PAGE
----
The shire was not to be swayed. Mr Gale was advised that he would be liable for a fine if he continued to store the shell of the old building without a permit.

At the suggestion of Coastal-Promontory ward councillor Kieran Kennedy, Mr Harry raised the matter at last week’s meeting of shire council, but he got nowhere. Mayor Warren Raabe advised it was a procedural matter and was not prepared to comment further at the council meeting.

In response to enquiries from ‘The Mirror,’ Shire Director of Development Services Phil Stone explained that Mr Harry should have applied for a permit to re-erect the hall at the caravan park under the Planning and Environment Act and this he had not done. He said the hall shell in its present condition was unsightly and potentially dangerous and could not be left at the Gale block for the two or three months that it would take to get a permit.

Phil Stone acknowledged that the shire’s stance appears to be harsh and he said he had some sympathy for Mr Harry, “but he should have known he needed permission, he is a builder, after all”. He said he’d like to see the derelict rotunda replaced, but he was concerned that accidents could occur on the hall shell if it was left on the Gale block – and the shire would be liable.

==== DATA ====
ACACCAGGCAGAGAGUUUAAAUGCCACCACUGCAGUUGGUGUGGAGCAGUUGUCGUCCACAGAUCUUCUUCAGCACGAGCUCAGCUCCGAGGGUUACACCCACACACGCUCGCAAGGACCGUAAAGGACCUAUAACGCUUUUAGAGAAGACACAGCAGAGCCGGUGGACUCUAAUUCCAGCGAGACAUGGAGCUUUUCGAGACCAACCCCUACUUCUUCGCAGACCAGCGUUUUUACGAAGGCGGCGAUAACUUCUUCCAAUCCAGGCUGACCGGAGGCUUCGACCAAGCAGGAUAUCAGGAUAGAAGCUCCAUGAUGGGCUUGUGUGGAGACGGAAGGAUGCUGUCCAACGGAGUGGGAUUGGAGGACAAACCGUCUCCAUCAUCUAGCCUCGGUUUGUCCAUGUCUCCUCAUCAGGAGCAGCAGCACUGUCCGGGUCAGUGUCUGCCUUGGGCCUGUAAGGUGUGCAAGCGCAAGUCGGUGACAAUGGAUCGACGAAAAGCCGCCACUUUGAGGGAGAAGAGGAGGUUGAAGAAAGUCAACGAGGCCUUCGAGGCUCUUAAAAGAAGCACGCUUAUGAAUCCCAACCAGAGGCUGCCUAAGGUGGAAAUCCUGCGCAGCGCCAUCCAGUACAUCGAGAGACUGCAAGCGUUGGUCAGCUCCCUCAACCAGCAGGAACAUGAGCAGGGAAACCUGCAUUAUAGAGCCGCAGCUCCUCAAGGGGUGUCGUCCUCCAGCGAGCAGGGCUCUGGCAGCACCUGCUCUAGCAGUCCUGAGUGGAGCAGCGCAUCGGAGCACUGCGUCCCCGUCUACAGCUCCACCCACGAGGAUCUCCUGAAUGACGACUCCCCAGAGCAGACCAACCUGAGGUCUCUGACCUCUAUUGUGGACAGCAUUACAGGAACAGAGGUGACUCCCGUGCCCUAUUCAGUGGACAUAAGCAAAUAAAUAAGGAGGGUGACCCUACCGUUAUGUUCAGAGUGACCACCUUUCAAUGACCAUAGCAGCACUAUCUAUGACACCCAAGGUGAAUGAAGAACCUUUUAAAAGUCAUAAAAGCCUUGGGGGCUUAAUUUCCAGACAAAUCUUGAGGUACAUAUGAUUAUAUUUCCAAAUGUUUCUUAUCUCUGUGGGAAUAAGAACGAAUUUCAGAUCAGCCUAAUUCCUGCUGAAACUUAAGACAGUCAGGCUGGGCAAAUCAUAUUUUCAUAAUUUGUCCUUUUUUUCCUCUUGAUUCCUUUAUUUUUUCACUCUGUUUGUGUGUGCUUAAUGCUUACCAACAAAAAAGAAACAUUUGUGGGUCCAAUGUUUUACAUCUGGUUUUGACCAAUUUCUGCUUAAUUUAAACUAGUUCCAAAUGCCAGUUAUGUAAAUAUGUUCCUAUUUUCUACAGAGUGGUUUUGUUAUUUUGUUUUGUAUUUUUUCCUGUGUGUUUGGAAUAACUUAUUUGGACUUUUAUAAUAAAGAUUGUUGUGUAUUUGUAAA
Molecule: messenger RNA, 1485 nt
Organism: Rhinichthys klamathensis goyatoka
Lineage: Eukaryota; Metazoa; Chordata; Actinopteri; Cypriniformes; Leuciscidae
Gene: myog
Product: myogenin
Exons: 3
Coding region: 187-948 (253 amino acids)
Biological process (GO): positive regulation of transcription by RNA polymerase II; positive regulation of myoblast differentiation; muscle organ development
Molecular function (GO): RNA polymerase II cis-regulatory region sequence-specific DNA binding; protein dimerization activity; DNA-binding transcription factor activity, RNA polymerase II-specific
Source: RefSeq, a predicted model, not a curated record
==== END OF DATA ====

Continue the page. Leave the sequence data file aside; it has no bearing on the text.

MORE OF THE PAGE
“We are the responsible authority under the Planning and Environment Act.”

Phil Stone said he was still in consultation with Mr Harry and all efforts were being made to find a satisfactory solution.

When questioned on this issue, Mr Harry acknowledged that as a registered commercial builder he was well aware of his responsibilities and the need to apply for a permit to erect the building at the caravan park and intended to do so at the first possible opportunity. He is not able to do so, he said, until the Department of Sustainability and Environment has given its OK. He is terribly disappointed that it has taken so long for the committee of management for the caravan park to obtain the relevant permission. He is ready to move as soon as it is obtained. There is no one more concerned than him, he said, about any possible accidents that may occur (though the building is stored well away from the general public).

Although he does not yet have written permission, Mr Harry has been advised verbally by the committee of management that DSE has provided an in-principle agreement. He is cautious, he said, about applying for a building permit until written approval is received. He is ready to lodge his building application as soon as direction is given on structural issues such as the type of cladding required on the resited building. He reiterated that he was still prepared to meet the substantial costs of reconstruction himself as he knows that Council has no funding set aside – despite the acknowledgment of the need for replacement of the existing rotunda.

A clearly frustrated Jim Harry emailed ‘The Mirror’ on Friday, saying: “Not far off burning it. The shire is definitely going to fine [me]. It’s going to cost me big time – about 5K because it’s sitting on Phil Gale’s place – with his permission and I’m doing it for their benefit and everyone else at my cost! Complication reigns supreme.”